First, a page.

Canadian Manufacturing

From zero to 216 mph—how Ford pieced together the GT, its fastest supercar ever

The Ontario-built performance vehicle has served as a proving ground for the automaker's latest cutting-edge innovations

May 19, 2017   by Canadian Staff

The Ford GT has had no trouble holding its own on the track, but according to the engineers responsible for it, winning races was never the top priority. PHOTO: Ford

DEARBORN, Mich.—Ironically enough, winning races has never been top-of-mind for the team of engineers behind the fastest production vehicle the Ford Motor Co. has ever built.

You wouldn’t know it by the GT’s track record, but according to Raj Nair, Ford’s chief technical officer and executive vice-president of Product Development, finishing first wasn’t even the secondary priority when the automaker laid out its initial design plans for the supercar four years ago.

“When we began work on the all-new Ford GT in 2013, the team had three goals,” Nair said in a statement. “The first was to use it as a training ground for our engineers as we develop future engine technology and stretch our understanding of aerodynamics. Then, to push the boundaries of advanced material usage, such as lightweight carbon fiber.”

Nair lists off winning the Le Mans 24 Hours—something the GT accomplished last June—as a distant, third-rate goal.


But even if Ford didn’t set out to create a street-legal vehicle capable of reaching speeds of 216 miles per hour (347 kilometres per hour), the new GT has already exceeded expectations—and demonstrated a number of new auto technologies that can make vehicles lighter, faster and more efficient along the way.

The GT takes lightweighting to the next level, shedding certain steel and aluminum parts for carbon fiber components. PHOTO: Ford

Among the innovative components packed into the 647-horsepower GT is the most powerful EcoBoost engine Ford has ever built.

The 3.5 liter twin-turbocharged V6 engine delivers 550 lb.-ft. of torque and was adapted from an earlier prototype when engineers found the engine’s crankshafts were cracking under grueling race conditions. To solve the issue, the test engine’s crankshafts were replaced with a pre-production component from another Ford EcoBoost engine—one destined for use in the F-150 pickup.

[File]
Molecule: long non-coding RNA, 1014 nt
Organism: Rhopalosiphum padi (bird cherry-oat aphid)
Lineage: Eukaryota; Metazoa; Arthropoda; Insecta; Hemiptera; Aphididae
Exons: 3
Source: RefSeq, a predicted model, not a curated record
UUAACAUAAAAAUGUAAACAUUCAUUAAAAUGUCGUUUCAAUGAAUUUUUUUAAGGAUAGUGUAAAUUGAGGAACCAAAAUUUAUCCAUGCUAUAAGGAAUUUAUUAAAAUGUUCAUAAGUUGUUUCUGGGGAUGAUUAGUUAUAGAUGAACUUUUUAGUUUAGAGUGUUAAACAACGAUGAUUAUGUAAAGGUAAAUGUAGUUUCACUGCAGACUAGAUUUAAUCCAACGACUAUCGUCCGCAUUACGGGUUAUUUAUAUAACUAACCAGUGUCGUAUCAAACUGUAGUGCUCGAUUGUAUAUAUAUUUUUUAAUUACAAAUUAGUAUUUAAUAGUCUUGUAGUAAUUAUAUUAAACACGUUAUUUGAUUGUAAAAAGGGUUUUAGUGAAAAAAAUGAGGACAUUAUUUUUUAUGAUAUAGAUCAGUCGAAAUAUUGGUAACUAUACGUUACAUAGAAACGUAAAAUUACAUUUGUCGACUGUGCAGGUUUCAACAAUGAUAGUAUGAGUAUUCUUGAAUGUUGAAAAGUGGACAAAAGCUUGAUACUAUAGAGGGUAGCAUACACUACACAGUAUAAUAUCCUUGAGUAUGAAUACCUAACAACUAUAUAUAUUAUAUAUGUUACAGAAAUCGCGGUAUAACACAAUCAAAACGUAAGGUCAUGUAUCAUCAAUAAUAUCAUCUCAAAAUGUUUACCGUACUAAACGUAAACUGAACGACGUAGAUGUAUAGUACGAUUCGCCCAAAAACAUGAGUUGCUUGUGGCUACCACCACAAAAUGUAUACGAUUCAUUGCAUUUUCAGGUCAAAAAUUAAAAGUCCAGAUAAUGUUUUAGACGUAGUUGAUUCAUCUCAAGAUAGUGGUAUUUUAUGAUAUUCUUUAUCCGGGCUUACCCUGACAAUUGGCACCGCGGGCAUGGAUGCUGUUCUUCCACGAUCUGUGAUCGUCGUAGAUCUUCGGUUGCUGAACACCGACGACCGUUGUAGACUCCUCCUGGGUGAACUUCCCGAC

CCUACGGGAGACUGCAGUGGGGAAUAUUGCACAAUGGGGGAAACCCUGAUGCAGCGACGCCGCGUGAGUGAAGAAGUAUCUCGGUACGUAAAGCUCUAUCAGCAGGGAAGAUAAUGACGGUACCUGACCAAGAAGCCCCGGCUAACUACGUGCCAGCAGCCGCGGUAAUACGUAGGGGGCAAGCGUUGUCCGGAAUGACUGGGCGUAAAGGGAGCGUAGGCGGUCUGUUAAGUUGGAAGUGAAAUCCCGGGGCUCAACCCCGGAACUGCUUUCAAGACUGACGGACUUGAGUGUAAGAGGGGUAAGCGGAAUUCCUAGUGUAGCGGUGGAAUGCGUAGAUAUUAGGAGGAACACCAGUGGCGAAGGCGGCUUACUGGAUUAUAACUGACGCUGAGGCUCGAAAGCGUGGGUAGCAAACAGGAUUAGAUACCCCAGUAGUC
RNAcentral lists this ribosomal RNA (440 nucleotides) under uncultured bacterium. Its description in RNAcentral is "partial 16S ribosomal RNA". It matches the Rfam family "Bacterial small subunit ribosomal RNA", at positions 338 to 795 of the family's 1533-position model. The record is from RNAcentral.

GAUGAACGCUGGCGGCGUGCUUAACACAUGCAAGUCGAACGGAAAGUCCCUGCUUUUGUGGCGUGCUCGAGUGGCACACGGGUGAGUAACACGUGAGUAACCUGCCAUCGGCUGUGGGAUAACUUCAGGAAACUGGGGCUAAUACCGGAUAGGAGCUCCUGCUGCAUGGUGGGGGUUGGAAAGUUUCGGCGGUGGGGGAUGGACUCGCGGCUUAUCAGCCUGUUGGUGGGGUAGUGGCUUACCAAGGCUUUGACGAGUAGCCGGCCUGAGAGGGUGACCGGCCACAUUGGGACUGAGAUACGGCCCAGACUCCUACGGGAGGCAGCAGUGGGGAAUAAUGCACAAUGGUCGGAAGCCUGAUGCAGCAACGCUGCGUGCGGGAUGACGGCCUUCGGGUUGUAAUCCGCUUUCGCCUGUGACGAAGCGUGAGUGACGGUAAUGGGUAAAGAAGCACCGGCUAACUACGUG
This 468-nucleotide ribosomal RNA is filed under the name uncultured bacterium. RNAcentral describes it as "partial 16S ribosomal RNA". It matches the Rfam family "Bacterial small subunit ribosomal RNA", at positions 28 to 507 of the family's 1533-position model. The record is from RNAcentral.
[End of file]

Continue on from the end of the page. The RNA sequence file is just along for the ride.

Ford premiered the first of its EcoBoost line of turbo direct-injection engines in 2009 and has been working to improve the technology ever since.

“We pushed the engine’s limits beyond what we might consider in traditional development programs, which is important as we continue to advance EcoBoost technology as a centerpiece of the company’s global lineup,” Bob Fascetti, vice-president of powertrain engineering at Ford, said.

To boost the GT’s power coming off corners, the company also developed an anti-lag turbo technology that keeps the throttle open even when the driver isn’t on the gas. Though the fuel injectors are switched off, the tweak ensures turbo speed and boost are maintained, allowing the engine to respond immediately when the driver is back on the pedal.

Meanwhile, the GT takes vehicle lightweighting to a new level, shedding certain steel and aluminum parts for carbon fiber, which allows for sleeker—and perhaps more importantly—more aerodynamic shapes.

Ford points to the supercar’s distinctive flying buttresses—that extend from the car’s roof to its rear fenders—as one component that simply couldn’t be built from steel or aluminum. While the limitations of metal stamping technology wrote off both materials, carbon fiber can be shaped into complex geometric designs by cutting it into a specific shape as a cloth before it’s strengthened at a high temperature.

The automaker is currently working with composites developer DowAksa to explore applying carbon fiber across its wider vehicle lineup. It’s also working on applications for the next-generation material with Markham, Ont.’s Multimatic Inc.—the private auto parts company that’s responsible for building the GT at its low-volume assembly line just outside Toronto.

The GT is equipped with a deployable spoiler at the rear. Flaps open or close depending on whether or not the wing is deployed. PHOTO: Ford

Another key feature that makes the GT so fast is its stabilizing aerodynamics.

From the car’s large, newly-designed deployable wing at the rear, flaps that open or close and special ducts at the front, a long list of the GT’s exterior elements have been optimized to reduce drag and maximize downforce.

Ford says the reshaped wing combined with the vehicle’s new gurney flap improves overall efficiency by 14 per cent.

The supercar also boasts hydraulic suspension that adjusts the ride height of the GT with the turn of a nob. In “track mode” the rear wing deploys and the hydraulics drops the car 50 millimetres (nearly two inches). For street driving, the car also includes a “front-lift mode” that allows the GT to clear speedbumps or pull into a steep driveway.

The hydraulic system gives the vehicle a way to guarantee stellar track performance while ensuring the car is equipped for the very different perils of conventional roads.

The GT also uses computer assistance to adjust its suspension and aerodynamics to match the vehicle’s speed and the driver’s skill level.

And while most Ford customers don’t have the several hundred thousand dollars to spend on the new GT, Ford says the supercar has successfully proved out a number of new technologies that it’s now looking at rolling out to its wider vehicle lineup.

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